The High Price of HIV Elite Control

Study Reveals That Elite Controllers Have Poorer Health Outcomes

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Among people living with HIV, elite controllers have long been considered charmed, able to naturally control HIV infection without the use of antiretroviral drugs. It is estimated that as many as one in 200 HIV-infected people might be classified as an elite controller (EC), and their ability to maintain low-to-undetectable viral loads has placed them at the very heart of HIV research.

Yet, while many ECs are able to allay disease progression for ten years or more, increasing evidence has shown that they may not be able to do so indefinitely.

Meanwhile, other studies have concluded that HIV elite control may come at a price, with many ECs experiencing poorer health outcomes than those on active therapy.

Study Design and Results

A six-year study from researchers at the John Hopkins University School of Medicine investigated hospital admissions between the EC and non-EC populations in 11 U.S. clinics from 2005-2011.

Of the 23,461 patients included in the cohort, 149 were identified as ECs (0.64%). Patients included in the study had to have had a CD4 count of at least 350 cells/mL at the time of enrolment, while non-EC participants had to have been on antiretroviral therapy (ART) for a minimum of one year.

For the purpose of the study, elite control was defined having had three consecutive undetectable viral loads (under 50 copies/mL) for a minimum of one year without ART.  The average CD4 count of the EC group was 788 cells/mL, while non-ECs had a CD4 count average of over 500 cells/mL.

Among the findings:

  • After adjustments for demographics and clinical factors, ECs were seen to have more than twice the hospitalizations of non-ECs (22.3 per 100 patient years versus 10.5 per 100 patient years).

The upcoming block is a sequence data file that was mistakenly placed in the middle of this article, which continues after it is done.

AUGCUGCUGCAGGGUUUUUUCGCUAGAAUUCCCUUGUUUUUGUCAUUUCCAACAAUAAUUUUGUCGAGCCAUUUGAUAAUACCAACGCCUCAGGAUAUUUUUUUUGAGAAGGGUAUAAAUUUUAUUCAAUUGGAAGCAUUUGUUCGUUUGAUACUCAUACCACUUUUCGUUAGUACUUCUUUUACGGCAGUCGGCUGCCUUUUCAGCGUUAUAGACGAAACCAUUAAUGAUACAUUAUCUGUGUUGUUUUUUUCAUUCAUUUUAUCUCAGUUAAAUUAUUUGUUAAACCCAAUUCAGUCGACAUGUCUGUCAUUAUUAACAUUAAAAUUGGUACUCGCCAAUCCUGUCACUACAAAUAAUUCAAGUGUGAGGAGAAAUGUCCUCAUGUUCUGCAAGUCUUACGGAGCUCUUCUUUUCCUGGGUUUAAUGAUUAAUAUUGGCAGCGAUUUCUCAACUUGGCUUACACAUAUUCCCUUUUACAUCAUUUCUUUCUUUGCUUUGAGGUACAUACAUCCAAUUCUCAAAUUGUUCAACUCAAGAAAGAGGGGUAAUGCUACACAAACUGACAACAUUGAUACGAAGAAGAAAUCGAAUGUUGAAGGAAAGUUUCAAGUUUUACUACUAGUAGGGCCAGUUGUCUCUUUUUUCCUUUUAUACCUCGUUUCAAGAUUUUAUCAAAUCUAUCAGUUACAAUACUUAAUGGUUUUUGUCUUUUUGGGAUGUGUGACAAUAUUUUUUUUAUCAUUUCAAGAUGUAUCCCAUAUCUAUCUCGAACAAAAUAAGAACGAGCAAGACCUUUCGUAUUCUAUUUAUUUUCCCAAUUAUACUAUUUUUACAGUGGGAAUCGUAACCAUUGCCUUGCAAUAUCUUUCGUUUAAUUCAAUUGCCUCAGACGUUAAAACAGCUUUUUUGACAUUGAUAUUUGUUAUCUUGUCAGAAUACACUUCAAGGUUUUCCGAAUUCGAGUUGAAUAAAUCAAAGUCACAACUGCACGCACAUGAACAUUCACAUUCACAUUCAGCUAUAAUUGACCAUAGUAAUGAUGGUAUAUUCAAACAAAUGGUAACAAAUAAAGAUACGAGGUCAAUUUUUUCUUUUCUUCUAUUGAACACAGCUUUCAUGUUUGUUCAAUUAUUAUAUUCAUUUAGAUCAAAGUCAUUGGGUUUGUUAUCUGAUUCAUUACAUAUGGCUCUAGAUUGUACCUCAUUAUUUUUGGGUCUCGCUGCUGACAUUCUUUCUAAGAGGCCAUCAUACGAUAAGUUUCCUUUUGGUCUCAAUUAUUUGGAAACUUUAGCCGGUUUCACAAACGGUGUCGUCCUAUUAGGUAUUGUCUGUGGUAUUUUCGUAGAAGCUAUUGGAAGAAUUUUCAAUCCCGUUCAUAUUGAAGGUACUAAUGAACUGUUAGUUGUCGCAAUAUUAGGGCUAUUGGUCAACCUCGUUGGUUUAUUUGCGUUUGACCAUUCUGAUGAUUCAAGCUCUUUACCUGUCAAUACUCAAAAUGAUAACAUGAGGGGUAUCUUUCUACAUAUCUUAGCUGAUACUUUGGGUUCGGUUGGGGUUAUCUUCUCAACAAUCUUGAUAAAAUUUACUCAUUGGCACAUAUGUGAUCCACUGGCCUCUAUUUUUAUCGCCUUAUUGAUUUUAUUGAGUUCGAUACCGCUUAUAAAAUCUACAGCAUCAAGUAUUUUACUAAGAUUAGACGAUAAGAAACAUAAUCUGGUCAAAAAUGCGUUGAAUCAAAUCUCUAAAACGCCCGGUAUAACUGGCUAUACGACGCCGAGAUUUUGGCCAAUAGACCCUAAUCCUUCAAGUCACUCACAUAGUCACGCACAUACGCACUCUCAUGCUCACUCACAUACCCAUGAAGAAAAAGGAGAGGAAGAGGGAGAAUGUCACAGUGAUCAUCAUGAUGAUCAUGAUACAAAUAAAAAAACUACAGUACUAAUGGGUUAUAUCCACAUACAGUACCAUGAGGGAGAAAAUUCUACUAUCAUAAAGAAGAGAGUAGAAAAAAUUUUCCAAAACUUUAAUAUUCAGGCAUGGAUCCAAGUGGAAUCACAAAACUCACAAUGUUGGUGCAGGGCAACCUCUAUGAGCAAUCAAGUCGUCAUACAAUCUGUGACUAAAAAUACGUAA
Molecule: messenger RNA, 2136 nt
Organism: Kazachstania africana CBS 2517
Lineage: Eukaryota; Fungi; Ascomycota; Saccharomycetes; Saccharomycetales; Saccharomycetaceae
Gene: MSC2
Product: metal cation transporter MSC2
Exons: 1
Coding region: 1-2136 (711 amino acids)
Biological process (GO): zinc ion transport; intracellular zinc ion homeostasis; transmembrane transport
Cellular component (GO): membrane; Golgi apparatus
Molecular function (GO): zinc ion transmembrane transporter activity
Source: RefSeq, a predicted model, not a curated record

• Even non-ECs with viral loads under 1000 copies/mL had better outcomes than ECs, with 22% fewer hospitalizations over the six-year period.
  • When compared to non-ECs with undetectable viral loads, the results were even more profound, with ECs logging 77% more hospital admissions compared to non-ECs.

Cardiovascular disease (CVD) and psychiatric disorders were two conditions most noted in the EC population. In fact, CVD hospitalizations were seen to be highest among ECs without exception—as much a three times higher—even when compared to non-ECs with viral loads over 1,000 copies/mL.

Similarly, ECs had a four-fold increase in psychiatric admissions over the same period, higher again than even non-ECs with viral loads or 1,000 copies/mL or more.

Explaining the Results

It has long been established that the persistent chronic inflammation associated with HIV increases the risk of comorbid conditions like CVD and other non-HIV-related illnesses (including diabetes and cancer). Inflammatory proteins are certainly among the key causes for the premature hardening and narrowing of arteries (atherosclerosis) in people with HIV, while early infiltration of HIV in the brain can often result in adverse, even profound changes to the central nervous system.